Dr. Rhonda Patrick is a published scientist and health educator based in San Diego. Her popular website and podcast, FoundMyFitness, reaches an audience of over 300,000 people per month.
Her areas of focus include micronutrient deficiencies and their role in aging, the role of genetics in determining the effects of nutrients on a person's health status, benefits of exposing the body to hormetic stressors, such as through exercise, fasting, sauna use or heat stress, or various forms of cold exposure, and the importance of mindfulness, stress reduction, and sleep.
Dr. Patrick is directing her Tiny Foundation grant to the work of Dr. Ashley Mason, who is investigating whole-body hyperthermia through sauna, a potential non-pharmacologic intervention for depression.
Jesse Brown is a publisher, reporter, and podcast host. He runs Canadaland, maker of Thunder Bay, Cool Mules, and a stable of news and current affairs podcasts that apply a critical lens to Canadian media and politics.
Jesse hosted two CBC Radio One programs: The Contrarians and Search Engine. He won the Hillman Prize for investigative reporting for his work with The Toronto Star, breaking the Jian Ghomeshi story.
Jesse is directing his Tiny Foundation grant towards original journalism, producing sequels to Thunder Bay, and new enterprise investigation for Canadaland.
Our investment of $1,000,000 is the first investment made from our Tiny Journalism Foundation, which invest in sustainable journalism organizations which support independent journalism in Canada.
Carole Cadwalladr is a journalist for The Guardian and Observer in the United Kingdom.
She worked for a year with whistleblower Christopher Wylie to publish her investigation into Cambridge Analytica, which she shared with The New York Times. The investigation resulted in Mark Zuckerberg being called before Congress and Facebook losing more than $100 billion from its share price. She has also uncovered multiple crimes committed during the European referendum and evidence of Russian interference in Brexit.
Cadwalladr's work has won a Polk Award and The Orwell Prize for political journalism, and she was named a Pulitzer Prize finalist for National Reporting in 2019.
Carole is directing her Tiny Foundation grant to fund an upcoming open-source journalism project focused on uncovering corruption.
Dr. Kari Nadeau is one of the nation’s foremost experts in adult and pediatric allergy and asthma.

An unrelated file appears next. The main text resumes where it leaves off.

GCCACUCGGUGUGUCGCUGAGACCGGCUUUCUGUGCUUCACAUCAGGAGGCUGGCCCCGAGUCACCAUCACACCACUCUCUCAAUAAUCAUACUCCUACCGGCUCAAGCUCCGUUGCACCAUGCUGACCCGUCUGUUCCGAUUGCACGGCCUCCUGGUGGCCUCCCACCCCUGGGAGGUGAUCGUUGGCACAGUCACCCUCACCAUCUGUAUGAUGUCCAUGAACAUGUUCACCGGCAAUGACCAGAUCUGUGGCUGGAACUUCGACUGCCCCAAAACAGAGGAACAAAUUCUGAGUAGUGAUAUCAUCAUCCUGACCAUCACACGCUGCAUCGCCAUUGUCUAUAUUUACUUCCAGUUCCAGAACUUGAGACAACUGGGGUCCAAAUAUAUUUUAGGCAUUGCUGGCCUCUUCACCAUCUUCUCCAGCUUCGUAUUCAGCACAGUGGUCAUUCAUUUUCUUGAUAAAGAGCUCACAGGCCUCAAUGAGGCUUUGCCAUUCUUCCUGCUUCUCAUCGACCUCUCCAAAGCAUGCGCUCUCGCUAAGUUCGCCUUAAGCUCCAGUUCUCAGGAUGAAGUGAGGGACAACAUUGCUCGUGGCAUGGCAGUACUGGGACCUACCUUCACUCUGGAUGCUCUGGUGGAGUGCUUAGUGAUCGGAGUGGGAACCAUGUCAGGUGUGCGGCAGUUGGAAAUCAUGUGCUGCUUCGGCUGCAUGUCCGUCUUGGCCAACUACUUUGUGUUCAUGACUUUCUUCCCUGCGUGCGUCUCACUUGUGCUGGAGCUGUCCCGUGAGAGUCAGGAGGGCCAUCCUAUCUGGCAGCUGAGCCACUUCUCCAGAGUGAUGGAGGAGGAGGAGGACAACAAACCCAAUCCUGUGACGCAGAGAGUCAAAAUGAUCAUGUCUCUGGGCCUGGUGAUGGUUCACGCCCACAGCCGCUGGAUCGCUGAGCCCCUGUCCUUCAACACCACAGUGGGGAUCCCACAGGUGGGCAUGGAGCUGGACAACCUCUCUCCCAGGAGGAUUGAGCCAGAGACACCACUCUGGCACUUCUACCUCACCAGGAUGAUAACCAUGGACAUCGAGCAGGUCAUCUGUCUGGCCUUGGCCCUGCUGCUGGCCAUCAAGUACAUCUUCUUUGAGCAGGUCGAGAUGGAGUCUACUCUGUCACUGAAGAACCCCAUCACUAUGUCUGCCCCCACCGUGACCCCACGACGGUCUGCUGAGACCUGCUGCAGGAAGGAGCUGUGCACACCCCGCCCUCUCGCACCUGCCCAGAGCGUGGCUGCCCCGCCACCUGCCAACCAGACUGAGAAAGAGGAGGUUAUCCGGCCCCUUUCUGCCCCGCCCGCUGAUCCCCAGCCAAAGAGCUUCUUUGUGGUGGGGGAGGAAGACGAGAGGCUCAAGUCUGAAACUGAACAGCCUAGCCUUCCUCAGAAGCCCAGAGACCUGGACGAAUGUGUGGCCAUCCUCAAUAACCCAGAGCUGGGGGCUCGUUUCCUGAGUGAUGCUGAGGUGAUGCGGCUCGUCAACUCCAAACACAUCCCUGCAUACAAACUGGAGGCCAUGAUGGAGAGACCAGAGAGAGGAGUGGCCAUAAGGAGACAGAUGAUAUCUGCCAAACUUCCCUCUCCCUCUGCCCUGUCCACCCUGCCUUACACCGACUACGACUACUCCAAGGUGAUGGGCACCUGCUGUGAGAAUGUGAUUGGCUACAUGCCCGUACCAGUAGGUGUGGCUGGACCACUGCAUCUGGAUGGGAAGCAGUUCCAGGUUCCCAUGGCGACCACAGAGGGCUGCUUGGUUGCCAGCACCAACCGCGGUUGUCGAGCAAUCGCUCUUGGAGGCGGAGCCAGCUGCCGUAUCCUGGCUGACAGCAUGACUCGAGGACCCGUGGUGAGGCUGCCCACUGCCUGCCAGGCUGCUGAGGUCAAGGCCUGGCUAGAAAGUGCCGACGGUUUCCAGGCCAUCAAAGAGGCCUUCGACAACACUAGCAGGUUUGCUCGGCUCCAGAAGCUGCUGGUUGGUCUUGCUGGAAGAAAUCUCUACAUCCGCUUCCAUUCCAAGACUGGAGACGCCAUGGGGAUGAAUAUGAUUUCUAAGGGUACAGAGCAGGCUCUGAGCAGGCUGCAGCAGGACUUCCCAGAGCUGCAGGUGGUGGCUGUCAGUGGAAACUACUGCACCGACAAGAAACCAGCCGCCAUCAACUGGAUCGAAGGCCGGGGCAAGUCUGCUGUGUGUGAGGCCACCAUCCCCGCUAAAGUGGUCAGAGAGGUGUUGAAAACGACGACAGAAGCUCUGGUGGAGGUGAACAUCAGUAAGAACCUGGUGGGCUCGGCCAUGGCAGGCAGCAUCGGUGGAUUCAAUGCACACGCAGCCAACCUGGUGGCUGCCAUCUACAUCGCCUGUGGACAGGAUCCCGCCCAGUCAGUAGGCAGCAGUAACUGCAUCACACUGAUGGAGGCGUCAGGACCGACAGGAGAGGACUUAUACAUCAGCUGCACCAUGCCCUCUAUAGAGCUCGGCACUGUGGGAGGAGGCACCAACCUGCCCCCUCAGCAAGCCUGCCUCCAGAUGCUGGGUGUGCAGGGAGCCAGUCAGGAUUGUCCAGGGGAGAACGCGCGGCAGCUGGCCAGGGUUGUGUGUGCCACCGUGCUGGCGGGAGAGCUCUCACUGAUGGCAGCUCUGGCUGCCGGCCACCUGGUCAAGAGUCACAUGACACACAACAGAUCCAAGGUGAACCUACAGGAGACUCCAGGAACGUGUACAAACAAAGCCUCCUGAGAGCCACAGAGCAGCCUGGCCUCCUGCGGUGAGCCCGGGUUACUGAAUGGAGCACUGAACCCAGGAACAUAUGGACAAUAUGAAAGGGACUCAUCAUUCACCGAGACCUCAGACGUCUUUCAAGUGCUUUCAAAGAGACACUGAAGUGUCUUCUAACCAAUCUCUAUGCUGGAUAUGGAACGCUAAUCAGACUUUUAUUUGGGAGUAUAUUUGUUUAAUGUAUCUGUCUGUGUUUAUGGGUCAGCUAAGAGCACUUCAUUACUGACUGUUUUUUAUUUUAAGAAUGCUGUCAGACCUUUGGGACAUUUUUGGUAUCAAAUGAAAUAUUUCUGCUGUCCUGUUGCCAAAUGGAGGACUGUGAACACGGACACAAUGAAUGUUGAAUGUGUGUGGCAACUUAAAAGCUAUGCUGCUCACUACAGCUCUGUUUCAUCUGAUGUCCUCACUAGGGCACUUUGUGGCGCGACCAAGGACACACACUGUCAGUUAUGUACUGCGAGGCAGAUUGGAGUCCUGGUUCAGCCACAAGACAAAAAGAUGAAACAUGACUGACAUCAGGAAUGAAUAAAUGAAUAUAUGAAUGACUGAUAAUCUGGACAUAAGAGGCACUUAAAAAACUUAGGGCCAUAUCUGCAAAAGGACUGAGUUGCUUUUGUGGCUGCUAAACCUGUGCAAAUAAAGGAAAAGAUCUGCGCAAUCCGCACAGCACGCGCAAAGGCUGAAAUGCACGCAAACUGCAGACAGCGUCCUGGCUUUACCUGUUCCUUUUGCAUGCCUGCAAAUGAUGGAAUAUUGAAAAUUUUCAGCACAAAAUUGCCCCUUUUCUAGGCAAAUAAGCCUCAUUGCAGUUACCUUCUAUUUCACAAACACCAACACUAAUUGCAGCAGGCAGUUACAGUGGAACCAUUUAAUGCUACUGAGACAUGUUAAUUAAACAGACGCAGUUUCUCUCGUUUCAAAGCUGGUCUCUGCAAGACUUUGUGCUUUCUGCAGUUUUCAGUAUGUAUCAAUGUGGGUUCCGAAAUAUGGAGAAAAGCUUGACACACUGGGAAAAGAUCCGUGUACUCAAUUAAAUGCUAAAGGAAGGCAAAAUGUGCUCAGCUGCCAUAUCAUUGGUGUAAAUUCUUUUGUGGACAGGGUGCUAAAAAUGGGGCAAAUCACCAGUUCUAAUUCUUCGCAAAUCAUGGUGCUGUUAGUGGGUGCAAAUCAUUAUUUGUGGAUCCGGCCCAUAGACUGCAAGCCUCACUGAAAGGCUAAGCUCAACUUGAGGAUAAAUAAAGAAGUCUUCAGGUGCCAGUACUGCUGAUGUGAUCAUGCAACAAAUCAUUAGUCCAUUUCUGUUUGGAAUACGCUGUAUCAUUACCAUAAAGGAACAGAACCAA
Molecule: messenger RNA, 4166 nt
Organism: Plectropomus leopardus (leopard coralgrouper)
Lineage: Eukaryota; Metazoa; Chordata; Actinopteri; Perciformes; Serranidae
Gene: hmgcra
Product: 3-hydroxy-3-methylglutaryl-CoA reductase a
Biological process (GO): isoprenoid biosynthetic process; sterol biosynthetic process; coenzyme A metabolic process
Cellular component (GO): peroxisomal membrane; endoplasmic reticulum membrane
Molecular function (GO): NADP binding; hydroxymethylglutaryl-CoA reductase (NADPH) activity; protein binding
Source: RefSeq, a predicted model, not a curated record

Dr. Nadeau received her MD and PhD from Harvard Medical School, completed a residency in pediatrics at Boston Children’s Hospital and a clinical fellowship in asthma and immunology at Stanford.
She has authored or co-authored more than 100 original papers. Her research focuses on understanding the factors responsible for the increased prevalence of allergies and asthma in the population, improving diagnostics, and understanding the immunological mechanisms underlying these diseases.
She was the first to successfully desensitize individuals to more than one allergy at a time using multi-allergen oral immunotherapy.
Dr. Nadeau is directing her Tiny Foundation grant to help fund her work at Stanford.
Dr. Kelleher is recognized internationally for innovation in academic health leadership and administration, clinical care, research and education.
Dr. Kelleher joined UBC in 2015 as Dean of the Faculty of Medicine. Prior to his appointment at UBC, Dr. Kelleher served as Vice-President Health and Dean of the Faculty of Medicine at Imperial College London, where he also held a concurrent appointment as Dean of the Lee Kong Chian Medical School in Singapore until 2014.
Dr. Kelleher graduated from medicine from Trinity College Dublin in 1978, going on to specialize in gastroenterology. Author of 300 publications and 14 patents, Dr. Kelleher’s research examines the immune response to many of the leading causes of gastrointestinal infectious disease worldwide.
Dr. Kelleher is directing his Tiny Foundation grant to help fund the work of Dr. Shane Duggan, Dr Kelleher’s research investigates how the immune response contributes to gastrointestinal health and disease, including auto-immune disease, infectious disease and cancer.
Daemon Fairless is a writer and freelance journalist with a master's degree in neuroscience, who has worked as a producer on CBC Radio's flagship current affairs show As It Happens, and as a print journalist for the science journal Nature. He's the author of Mad Blood Stirring: The Inner Lives of Violent Men.
His hit investigative podcast for the CBC, Hunting Warhead, covered the dark underworld of child sexual abuse and the international efforts made to track down perpetrators and prevent it at the root.
Daemon is directing his Tiny Foundation grant to the work of Dr. Michael Seto, who is researching the psychology of child sexual abusers and how to intervene before abuse is committed.
Andrew is the co-founder of Tiny, a Canadian technology holding company focused on acquiring wonderful internet businesses.
He is committing a significant portion of his personal profits to The Tiny Foundation.
As a mother of two young children, Holly is deeply passionate about the prevention of child abuse and ensuring that all children get an equal shot at a happy and productive life.
When not with her children, she focuses her time on managing the foundation and is currently working on her degree in social work.